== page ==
Tax Day touches deep nerves about the fairness of our tax system and the way our tax dollars are spent. It also offers a great opportunity to talk about what we value most—and what kind of society we want to live in.
This April 15 will also be a day of tea party protests and cable news-stimulated rage. While some of this anger is misdirected, much of it is justified: It’s hard to stand by while many global corporations and wealthy individuals dodge paying their fair share of taxes.
Over the last half-century, we’ve witnessed a dramatic shift in who pays taxes. The responsibility has moved off the very wealthy and onto the middle class, off of global corporations and onto small businesses, and off the federal government and onto state and local budgets. And, by adding to our national debt, we’re shifting taxes from today’s taxpayers and onto tomorrow’s workers, who will pay interest for decades to come.
According to a new report from Wealth for the Common Good, an organization that I co-founded, the wealthy have received massive tax cuts, not only under President George W. Bush but also for decades before his election. Since 1960, America’s wealthiest taxpayers have seen their tax outlays, as a share of income, drop by almost half. The top 1 percent of taxpayers, those with incomes starting at $2 million, saw the share of income paid in federal taxes decline from 60 to 33.6 percent between 1960 and 2004. During President Bush’s eight years in office, Congress expanded tax cuts to Americans with incomes over $250,000, adding another $700 billion to the national debt.
Meanwhile, despite fifty years of "tax cutting," the share of household income that middle class households pay in federal taxes has increased slightly, from 15.9 to 16.1 percent.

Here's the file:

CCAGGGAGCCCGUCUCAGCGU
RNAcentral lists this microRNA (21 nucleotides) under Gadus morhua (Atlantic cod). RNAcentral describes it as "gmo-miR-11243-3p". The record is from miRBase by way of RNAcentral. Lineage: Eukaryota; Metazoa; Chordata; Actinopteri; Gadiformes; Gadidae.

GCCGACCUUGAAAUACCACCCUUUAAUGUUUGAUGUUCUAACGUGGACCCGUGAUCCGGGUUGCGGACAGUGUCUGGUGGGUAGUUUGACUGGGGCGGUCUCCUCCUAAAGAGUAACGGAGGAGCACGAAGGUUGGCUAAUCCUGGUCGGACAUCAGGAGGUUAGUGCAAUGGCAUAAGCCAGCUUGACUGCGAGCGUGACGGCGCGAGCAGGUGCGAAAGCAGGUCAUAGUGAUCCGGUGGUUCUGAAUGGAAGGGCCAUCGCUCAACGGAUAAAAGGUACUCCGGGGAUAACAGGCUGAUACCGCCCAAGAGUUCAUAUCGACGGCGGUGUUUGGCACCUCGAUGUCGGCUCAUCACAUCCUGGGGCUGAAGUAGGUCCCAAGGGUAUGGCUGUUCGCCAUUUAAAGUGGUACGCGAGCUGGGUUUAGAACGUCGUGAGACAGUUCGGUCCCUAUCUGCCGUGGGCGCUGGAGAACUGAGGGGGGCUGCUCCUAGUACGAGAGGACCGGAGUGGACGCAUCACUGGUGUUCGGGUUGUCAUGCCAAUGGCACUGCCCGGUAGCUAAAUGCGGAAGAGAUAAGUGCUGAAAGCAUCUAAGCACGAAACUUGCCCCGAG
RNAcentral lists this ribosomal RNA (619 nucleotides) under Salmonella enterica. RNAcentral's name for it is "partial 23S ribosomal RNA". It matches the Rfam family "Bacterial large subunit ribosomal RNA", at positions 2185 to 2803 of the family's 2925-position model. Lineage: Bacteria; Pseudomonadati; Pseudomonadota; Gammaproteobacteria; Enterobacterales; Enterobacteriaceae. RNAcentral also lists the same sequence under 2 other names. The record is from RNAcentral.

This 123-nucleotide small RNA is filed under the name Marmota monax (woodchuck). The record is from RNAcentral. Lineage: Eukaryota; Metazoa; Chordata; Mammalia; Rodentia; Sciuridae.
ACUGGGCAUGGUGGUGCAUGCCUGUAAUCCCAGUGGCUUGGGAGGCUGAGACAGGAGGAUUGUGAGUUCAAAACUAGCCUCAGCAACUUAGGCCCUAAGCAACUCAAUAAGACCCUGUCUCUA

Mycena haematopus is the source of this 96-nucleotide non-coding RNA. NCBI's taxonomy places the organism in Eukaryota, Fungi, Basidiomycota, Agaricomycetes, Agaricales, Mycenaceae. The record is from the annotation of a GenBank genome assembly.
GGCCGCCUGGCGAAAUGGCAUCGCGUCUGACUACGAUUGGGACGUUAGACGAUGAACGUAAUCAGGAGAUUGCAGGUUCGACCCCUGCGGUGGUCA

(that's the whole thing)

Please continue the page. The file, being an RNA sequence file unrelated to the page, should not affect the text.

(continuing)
Congress has failed to close tax loopholes for global corporations, allowing thousands of profitable U.S. companies to pay no corporate income taxes—at all—between 1998 and 2008. For example, General Electric generated $10.3 billion in pre-tax income in 2009, but ended up paying nothing in U.S. taxes. Global corporations dodge taxes by setting up subsidiaries in countries that have low or no corporate income tax. They claim their profits are made there and their losses are made in the United States, thereby avoiding paying any U.S. taxes. A small business, anchored in our country, has to unfairly compete against companies that utilize such loopholes.
When big corporations and high income individuals don’t pay their share, the bills get passed to the middle class and our debt grows. That’s hard to appreciate until things start to hit close to home in the form of cuts to public schools, veterans’ services, mass transit, and thousands of other services on which we depend every day. Our public service commons have been chronically underfunded for the last 40 years.
Reversing the tax shift would not only reduce the tax burden borne by the bottom 70 percent of taxpayers; it would also allow us to make long overdue investments in upgrading our aging public infrastructure and defending the commons.
In the United States, we tend to take for granted the advanced commons (public infrastructure, property, and knowledge institutions) that our ancestors built for us. We’re like fish who swim in an ocean of publicly funded services without seeing the water around us. Taxes are the way we pay for this healthy common heritage, ensuring that they exist for the next generation.
Here are five things you can do to support the commons this tax week:
- Talk Taxes with Your Neighbors. See our “Tax Day Talking Points” to clear up some of the common confusions and myths about taxation.
- Write a Letter to the Editor. It’s easy! Click here, decide your type of letter, enter your zip code, choose a newspaper. You can edit our sample letter or insert your own.
- Sign a petition calling on Congress to let the 2001 and 2003 tax cuts for the wealthy expire.
- Close overseas tax havens. Business for Shared Prosperity and Wealth for the Common Good are enlisting investors and small businesses to speak out against tax haven abuse. Go to businessagainsttaxhavens.org.
- Support a financial speculation tax. See the petition to institute a modest financial speculation tax on Wall Street transactions including the purchase and sale of financial investments such as derivatives, hedge funds, and speculative stock trades.
The most recent Nobel Laureate in Economics was recognized for her studies of cooperation, not competition.
Oregon residents voted to increase taxes on corporations and the wealthy to help fund programs that assist low and middle-income families.